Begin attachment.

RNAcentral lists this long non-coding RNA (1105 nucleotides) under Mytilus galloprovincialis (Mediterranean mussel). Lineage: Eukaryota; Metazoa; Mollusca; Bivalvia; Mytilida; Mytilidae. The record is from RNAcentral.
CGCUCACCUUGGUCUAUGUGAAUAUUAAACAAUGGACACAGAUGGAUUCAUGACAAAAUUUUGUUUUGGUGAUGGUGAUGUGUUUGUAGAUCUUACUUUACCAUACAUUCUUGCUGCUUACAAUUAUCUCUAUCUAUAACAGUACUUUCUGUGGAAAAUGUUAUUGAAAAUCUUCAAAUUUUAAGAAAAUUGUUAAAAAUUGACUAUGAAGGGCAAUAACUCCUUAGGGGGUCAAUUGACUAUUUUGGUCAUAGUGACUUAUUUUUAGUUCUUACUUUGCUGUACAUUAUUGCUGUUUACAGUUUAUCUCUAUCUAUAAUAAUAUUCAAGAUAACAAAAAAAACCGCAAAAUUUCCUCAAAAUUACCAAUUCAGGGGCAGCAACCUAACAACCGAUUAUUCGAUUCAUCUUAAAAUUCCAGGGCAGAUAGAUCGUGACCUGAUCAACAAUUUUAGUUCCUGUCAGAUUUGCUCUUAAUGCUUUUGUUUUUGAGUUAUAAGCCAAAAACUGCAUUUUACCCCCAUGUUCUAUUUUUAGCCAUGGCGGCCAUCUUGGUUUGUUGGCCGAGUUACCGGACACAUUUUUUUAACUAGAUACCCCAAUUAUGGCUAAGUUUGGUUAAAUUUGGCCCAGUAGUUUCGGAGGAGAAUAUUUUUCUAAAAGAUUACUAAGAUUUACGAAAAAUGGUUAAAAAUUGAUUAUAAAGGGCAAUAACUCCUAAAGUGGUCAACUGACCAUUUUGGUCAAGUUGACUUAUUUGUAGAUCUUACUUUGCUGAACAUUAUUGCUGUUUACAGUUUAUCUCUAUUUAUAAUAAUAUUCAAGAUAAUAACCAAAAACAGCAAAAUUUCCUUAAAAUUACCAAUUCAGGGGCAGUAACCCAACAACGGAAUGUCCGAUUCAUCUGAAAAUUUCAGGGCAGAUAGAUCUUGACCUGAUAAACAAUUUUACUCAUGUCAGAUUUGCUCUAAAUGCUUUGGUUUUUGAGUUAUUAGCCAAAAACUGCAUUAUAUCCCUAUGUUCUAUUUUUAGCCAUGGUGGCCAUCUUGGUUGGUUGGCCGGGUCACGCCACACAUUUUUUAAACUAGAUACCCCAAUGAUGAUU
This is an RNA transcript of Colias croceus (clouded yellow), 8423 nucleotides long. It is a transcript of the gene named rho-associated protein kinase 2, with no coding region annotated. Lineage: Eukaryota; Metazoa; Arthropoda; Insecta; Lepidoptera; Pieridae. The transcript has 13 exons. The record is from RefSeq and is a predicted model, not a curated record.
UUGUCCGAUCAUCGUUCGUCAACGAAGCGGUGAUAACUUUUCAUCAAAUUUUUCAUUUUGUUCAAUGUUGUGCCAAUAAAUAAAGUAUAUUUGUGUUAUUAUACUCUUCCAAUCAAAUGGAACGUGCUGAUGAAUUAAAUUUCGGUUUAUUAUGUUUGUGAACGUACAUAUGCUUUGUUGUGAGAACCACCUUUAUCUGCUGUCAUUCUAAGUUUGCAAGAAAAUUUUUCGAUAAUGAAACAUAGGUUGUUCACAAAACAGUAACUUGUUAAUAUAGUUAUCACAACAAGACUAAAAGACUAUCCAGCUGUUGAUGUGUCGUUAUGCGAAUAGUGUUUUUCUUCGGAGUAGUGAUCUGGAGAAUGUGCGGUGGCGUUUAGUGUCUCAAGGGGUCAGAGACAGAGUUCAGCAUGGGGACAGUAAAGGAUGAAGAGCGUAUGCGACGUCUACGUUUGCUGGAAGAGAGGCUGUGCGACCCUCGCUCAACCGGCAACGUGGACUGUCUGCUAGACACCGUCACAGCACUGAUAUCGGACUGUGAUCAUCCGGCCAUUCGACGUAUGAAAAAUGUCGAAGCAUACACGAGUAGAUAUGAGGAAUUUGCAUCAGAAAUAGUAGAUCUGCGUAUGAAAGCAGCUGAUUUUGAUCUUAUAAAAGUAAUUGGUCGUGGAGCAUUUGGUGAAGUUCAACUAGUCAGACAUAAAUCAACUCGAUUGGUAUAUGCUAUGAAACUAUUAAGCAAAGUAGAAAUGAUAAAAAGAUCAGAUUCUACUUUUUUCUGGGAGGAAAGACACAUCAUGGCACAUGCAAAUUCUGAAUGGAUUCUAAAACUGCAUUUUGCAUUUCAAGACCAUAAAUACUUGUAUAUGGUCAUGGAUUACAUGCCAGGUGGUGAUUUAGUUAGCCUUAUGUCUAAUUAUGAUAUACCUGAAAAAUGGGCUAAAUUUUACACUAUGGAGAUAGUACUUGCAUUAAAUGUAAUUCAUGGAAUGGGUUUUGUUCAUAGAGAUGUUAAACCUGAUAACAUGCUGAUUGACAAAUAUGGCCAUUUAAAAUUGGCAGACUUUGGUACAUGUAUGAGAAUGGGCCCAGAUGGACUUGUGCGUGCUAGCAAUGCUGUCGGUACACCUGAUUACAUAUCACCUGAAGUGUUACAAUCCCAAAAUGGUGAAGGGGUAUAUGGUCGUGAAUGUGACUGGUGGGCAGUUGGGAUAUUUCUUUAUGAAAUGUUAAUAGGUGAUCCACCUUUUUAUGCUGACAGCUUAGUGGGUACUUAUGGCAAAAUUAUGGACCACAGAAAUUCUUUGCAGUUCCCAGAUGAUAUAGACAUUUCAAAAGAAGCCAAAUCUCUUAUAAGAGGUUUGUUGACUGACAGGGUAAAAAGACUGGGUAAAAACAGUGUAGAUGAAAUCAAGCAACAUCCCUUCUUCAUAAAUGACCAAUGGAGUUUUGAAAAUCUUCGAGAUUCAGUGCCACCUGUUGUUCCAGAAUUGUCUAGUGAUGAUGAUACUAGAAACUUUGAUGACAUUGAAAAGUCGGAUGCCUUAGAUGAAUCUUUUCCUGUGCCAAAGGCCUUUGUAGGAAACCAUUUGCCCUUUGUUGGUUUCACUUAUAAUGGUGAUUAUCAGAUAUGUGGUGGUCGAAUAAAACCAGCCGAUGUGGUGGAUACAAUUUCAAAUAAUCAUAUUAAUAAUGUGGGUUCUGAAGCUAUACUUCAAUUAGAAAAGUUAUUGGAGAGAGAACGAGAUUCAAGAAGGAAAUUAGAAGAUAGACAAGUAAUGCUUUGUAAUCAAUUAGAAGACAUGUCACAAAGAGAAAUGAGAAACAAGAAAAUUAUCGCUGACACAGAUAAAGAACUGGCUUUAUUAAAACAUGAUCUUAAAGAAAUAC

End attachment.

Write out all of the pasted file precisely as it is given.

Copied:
RNAcentral lists this long non-coding RNA (1105 nucleotides) under Mytilus galloprovincialis (Mediterranean mussel). Lineage: Eukaryota; Metazoa; Mollusca; Bivalvia; Mytilida; Mytilidae. The record is from RNAcentral.
CGCUCACCUUGGUCUAUGUGAAUAUUAAACAAUGGACACAGAUGGAUUCAUGACAAAAUUUUGUUUUGGUGAUGGUGAUGUGUUUGUAGAUCUUACUUUACCAUACAUUCUUGCUGCUUACAAUUAUCUCUAUCUAUAACAGUACUUUCUGUGGAAAAUGUUAUUGAAAAUCUUCAAAUUUUAAGAAAAUUGUUAAAAAUUGACUAUGAAGGGCAAUAACUCCUUAGGGGGUCAAUUGACUAUUUUGGUCAUAGUGACUUAUUUUUAGUUCUUACUUUGCUGUACAUUAUUGCUGUUUACAGUUUAUCUCUAUCUAUAAUAAUAUUCAAGAUAACAAAAAAAACCGCAAAAUUUCCUCAAAAUUACCAAUUCAGGGGCAGCAACCUAACAACCGAUUAUUCGAUUCAUCUUAAAAUUCCAGGGCAGAUAGAUCGUGACCUGAUCAACAAUUUUAGUUCCUGUCAGAUUUGCUCUUAAUGCUUUUGUUUUUGAGUUAUAAGCCAAAAACUGCAUUUUACCCCCAUGUUCUAUUUUUAGCCAUGGCGGCCAUCUUGGUUUGUUGGCCGAGUUACCGGACACAUUUUUUUAACUAGAUACCCCAAUUAUGGCUAAGUUUGGUUAAAUUUGGCCCAGUAGUUUCGGAGGAGAAUAUUUUUCUAAAAGAUUACUAAGAUUUACGAAAAAUGGUUAAAAAUUGAUUAUAAAGGGCAAUAACUCCUAAAGUGGUCAACUGACCAUUUUGGUCAAGUUGACUUAUUUGUAGAUCUUACUUUGCUGAACAUUAUUGCUGUUUACAGUUUAUCUCUAUUUAUAAUAAUAUUCAAGAUAAUAACCAAAAACAGCAAAAUUUCCUUAAAAUUACCAAUUCAGGGGCAGUAACCCAACAACGGAAUGUCCGAUUCAUCUGAAAAUUUCAGGGCAGAUAGAUCUUGACCUGAUAAACAAUUUUACUCAUGUCAGAUUUGCUCUAAAUGCUUUGGUUUUUGAGUUAUUAGCCAAAAACUGCAUUAUAUCCCUAUGUUCUAUUUUUAGCCAUGGUGGCCAUCUUGGUUGGUUGGCCGGGUCACGCCACACAUUUUUUAAACUAGAUACCCCAAUGAUGAUU
This is an RNA transcript of Colias croceus (clouded yellow), 8423 nucleotides long. It is a transcript of the gene named rho-associated protein kinase 2, with no coding region annotated. Lineage: Eukaryota; Metazoa; Arthropoda; Insecta; Lepidoptera; Pieridae. The transcript has 13 exons. The record is from RefSeq and is a predicted model, not a curated record.
UUGUCCGAUCAUCGUUCGUCAACGAAGCGGUGAUAACUUUUCAUCAAAUUUUUCAUUUUGUUCAAUGUUGUGCCAAUAAAUAAAGUAUAUUUGUGUUAUUAUACUCUUCCAAUCAAAUGGAACGUGCUGAUGAAUUAAAUUUCGGUUUAUUAUGUUUGUGAACGUACAUAUGCUUUGUUGUGAGAACCACCUUUAUCUGCUGUCAUUCUAAGUUUGCAAGAAAAUUUUUCGAUAAUGAAACAUAGGUUGUUCACAAAACAGUAACUUGUUAAUAUAGUUAUCACAACAAGACUAAAAGACUAUCCAGCUGUUGAUGUGUCGUUAUGCGAAUAGUGUUUUUCUUCGGAGUAGUGAUCUGGAGAAUGUGCGGUGGCGUUUAGUGUCUCAAGGGGUCAGAGACAGAGUUCAGCAUGGGGACAGUAAAGGAUGAAGAGCGUAUGCGACGUCUACGUUUGCUGGAAGAGAGGCUGUGCGACCCUCGCUCAACCGGCAACGUGGACUGUCUGCUAGACACCGUCACAGCACUGAUAUCGGACUGUGAUCAUCCGGCCAUUCGACGUAUGAAAAAUGUCGAAGCAUACACGAGUAGAUAUGAGGAAUUUGCAUCAGAAAUAGUAGAUCUGCGUAUGAAAGCAGCUGAUUUUGAUCUUAUAAAAGUAAUUGGUCGUGGAGCAUUUGGUGAAGUUCAACUAGUCAGACAUAAAUCAACUCGAUUGGUAUAUGCUAUGAAACUAUUAAGCAAAGUAGAAAUGAUAAAAAGAUCAGAUUCUACUUUUUUCUGGGAGGAAAGACACAUCAUGGCACAUGCAAAUUCUGAAUGGAUUCUAAAACUGCAUUUUGCAUUUCAAGACCAUAAAUACUUGUAUAUGGUCAUGGAUUACAUGCCAGGUGGUGAUUUAGUUAGCCUUAUGUCUAAUUAUGAUAUACCUGAAAAAUGGGCUAAAUUUUACACUAUGGAGAUAGUACUUGCAUUAAAUGUAAUUCAUGGAAUGGGUUUUGUUCAUAGAGAUGUUAAACCUGAUAACAUGCUGAUUGACAAAUAUGGCCAUUUAAAAUUGGCAGACUUUGGUACAUGUAUGAGAAUGGGCCCAGAUGGACUUGUGCGUGCUAGCAAUGCUGUCGGUACACCUGAUUACAUAUCACCUGAAGUGUUACAAUCCCAAAAUGGUGAAGGGGUAUAUGGUCGUGAAUGUGACUGGUGGGCAGUUGGGAUAUUUCUUUAUGAAAUGUUAAUAGGUGAUCCACCUUUUUAUGCUGACAGCUUAGUGGGUACUUAUGGCAAAAUUAUGGACCACAGAAAUUCUUUGCAGUUCCCAGAUGAUAUAGACAUUUCAAAAGAAGCCAAAUCUCUUAUAAGAGGUUUGUUGACUGACAGGGUAAAAAGACUGGGUAAAAACAGUGUAGAUGAAAUCAAGCAACAUCCCUUCUUCAUAAAUGACCAAUGGAGUUUUGAAAAUCUUCGAGAUUCAGUGCCACCUGUUGUUCCAGAAUUGUCUAGUGAUGAUGAUACUAGAAACUUUGAUGACAUUGAAAAGUCGGAUGCCUUAGAUGAAUCUUUUCCUGUGCCAAAGGCCUUUGUAGGAAACCAUUUGCCCUUUGUUGGUUUCACUUAUAAUGGUGAUUAUCAGAUAUGUGGUGGUCGAAUAAAACCAGCCGAUGUGGUGGAUACAAUUUCAAAUAAUCAUAUUAAUAAUGUGGGUUCUGAAGCUAUACUUCAAUUAGAAAAGUUAUUGGAGAGAGAACGAGAUUCAAGAAGGAAAUUAGAAGAUAGACAAGUAAUGCUUUGUAAUCAAUUAGAAGACAUGUCACAAAGAGAAAUGAGAAACAAGAAAAUUAUCGCUGACACAGAUAAAGAACUGGCUUUAUUAAAACAUGAUCUUAAAGAAAUAC